So, what does this mean for the average girl with curls? It means you need to determine your hair texture and your hair porosity, and then think about what types of products are best suited to your particular hair type. Other factors will come into play, but these two hair properties are the most important properties to know.


** Please submit your questions for the Curl Whisperer to [email protected] Please use "Curl Whisperer" as the subject line.

For more Tiffany, The Curl Whisperer, click HERE.

The Curl Whisperer on Silicones


For our last article on product ingredients: silicones.

There are few product ingredient subjects that inspire as much debate as silicones. Silicones are polymers used used to coat the hair shaft to provide a smoothing effect. All silicones, however, are not created equal.

Many conditioners and styling products on the market, both professional and drugstore brands, contain non-water soluble silicones such as dimethicone, which lie on top of the hair, creating an impenetrable barrier into the hair shaft. They look like a quick fix for frizz since they temporarily smooth the hair shaft down and make frizz seem to disappear—but they also suck out the moisture from inside the hair, dehydrating curly locks and creating more frizz in the long run. Since they can't be rinsed away with water, they also build up on the hair shaft and generally require a surfactant (detergent)-based shampoo to remove.

Water-soluble silicones such as dimethicone copolyol, on the other hand, provide many of the same benefits but are generally considered safer to use on curly hair as they form a "breathable" film on the surface of the hair, allowing moisture to penetrate into the hair shaft. Additionally, they do not build up as non-water soluble silicones do, meaning any product containing water-soluble silicones will slide right off the hair shaft when you rinse your hair.

Some amine-functionalized silicones, such as amodimethicone, are not soluble in water, but have chemical properties allow it to repel further deposit, helping to prevent buildup although they will still lock moisture out of the hair and require a surfactant to remove, which may be an issue for those who prefer to solely do conditioner washes.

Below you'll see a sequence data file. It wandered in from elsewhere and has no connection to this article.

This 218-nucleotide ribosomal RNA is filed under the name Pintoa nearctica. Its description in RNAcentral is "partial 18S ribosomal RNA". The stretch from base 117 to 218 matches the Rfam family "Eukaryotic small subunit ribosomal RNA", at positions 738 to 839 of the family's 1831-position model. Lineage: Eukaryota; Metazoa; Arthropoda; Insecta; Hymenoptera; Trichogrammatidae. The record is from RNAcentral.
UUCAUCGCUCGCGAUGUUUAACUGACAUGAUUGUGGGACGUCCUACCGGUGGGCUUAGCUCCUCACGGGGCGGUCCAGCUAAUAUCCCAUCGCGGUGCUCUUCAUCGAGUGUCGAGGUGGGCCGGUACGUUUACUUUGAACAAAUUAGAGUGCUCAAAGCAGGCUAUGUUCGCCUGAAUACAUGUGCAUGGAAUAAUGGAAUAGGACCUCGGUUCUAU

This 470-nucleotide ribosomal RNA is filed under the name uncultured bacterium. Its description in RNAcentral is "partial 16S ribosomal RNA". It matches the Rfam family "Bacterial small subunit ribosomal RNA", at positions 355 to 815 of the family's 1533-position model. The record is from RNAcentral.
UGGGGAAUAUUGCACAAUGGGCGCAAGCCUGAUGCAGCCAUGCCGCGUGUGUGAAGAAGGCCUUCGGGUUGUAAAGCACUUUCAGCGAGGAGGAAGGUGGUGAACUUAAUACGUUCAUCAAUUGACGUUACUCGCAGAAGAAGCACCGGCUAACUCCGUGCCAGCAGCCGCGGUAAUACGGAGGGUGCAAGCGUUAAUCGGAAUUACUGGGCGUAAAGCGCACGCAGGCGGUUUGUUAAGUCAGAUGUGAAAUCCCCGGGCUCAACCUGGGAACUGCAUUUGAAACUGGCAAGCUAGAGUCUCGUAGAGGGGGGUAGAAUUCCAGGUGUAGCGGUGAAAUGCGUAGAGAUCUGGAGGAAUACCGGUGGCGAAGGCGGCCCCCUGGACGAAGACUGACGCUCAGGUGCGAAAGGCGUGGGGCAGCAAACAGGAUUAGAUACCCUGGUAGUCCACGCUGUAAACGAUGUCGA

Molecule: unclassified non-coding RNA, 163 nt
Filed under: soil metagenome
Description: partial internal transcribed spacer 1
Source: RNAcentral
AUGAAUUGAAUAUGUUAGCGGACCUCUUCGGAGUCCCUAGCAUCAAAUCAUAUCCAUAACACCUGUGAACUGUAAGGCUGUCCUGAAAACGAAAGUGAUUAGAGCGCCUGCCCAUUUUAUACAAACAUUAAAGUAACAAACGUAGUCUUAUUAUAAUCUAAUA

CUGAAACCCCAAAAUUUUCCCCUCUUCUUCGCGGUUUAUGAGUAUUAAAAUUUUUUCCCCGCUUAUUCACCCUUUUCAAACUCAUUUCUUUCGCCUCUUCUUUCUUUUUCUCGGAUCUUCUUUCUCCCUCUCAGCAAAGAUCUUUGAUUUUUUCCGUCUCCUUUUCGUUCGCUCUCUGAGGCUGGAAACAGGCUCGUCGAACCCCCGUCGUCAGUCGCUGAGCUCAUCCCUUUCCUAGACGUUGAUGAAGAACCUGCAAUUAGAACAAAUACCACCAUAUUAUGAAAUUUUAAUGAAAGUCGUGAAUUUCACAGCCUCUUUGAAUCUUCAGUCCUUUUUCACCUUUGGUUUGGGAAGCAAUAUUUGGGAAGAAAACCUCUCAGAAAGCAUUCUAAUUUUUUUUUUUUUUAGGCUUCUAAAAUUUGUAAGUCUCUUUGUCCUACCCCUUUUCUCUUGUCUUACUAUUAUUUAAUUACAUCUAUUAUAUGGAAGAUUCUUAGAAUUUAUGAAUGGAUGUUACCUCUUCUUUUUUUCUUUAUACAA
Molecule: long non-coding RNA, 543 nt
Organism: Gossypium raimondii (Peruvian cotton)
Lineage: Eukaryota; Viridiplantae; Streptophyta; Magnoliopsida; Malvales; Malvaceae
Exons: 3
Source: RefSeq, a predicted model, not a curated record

Incidentally, if you do an Internet search on amodimethicone, you will find quite a few sites (including mine, until recently) that list amodimethicone as a silicone that is "slightly" soluble in water as long as two additional ingredients are included in the formulation:

***Amodimethicone (and) trideceth-12 (and) cetrimonium chloride (as a mixture in the bottle)***

The assumption has always been that the inclusion of trideceth-12 (a nonionic surfactant) and cetrimonium chloride (a cationic surfactant) render the amodimethicone, non-water soluble on its own, slightly soluble in water and it could be considered fine for use.

Turns out that has been a completely incorrect assumption. What the trideceth-12 and cetrimonium chloride do is render the amodimethicone dispersible in water. Once the amodimethicone is deposited onto the hair shaft and dries to a film, however, it is not water-soluble, will prevent moisture from getting into the hair shaft and will require a surfactant to remove.


Tiffany has come to the end of the product ingredient classes, so next week, we will resume answering your most burning questions. Please submit your questions for the Curl Whisperer to [email protected] Please put "Curl Whisperer" in the subject line.

For more Tiffany, The Curl Whisperer, click HERE.

For other CN.com articles on Silicones, check out the links below:
To Cone or Not to Cone
Hair Tip of the Day
Another Cone Question
Can Split Ends be Fixed?
Friend or Foe?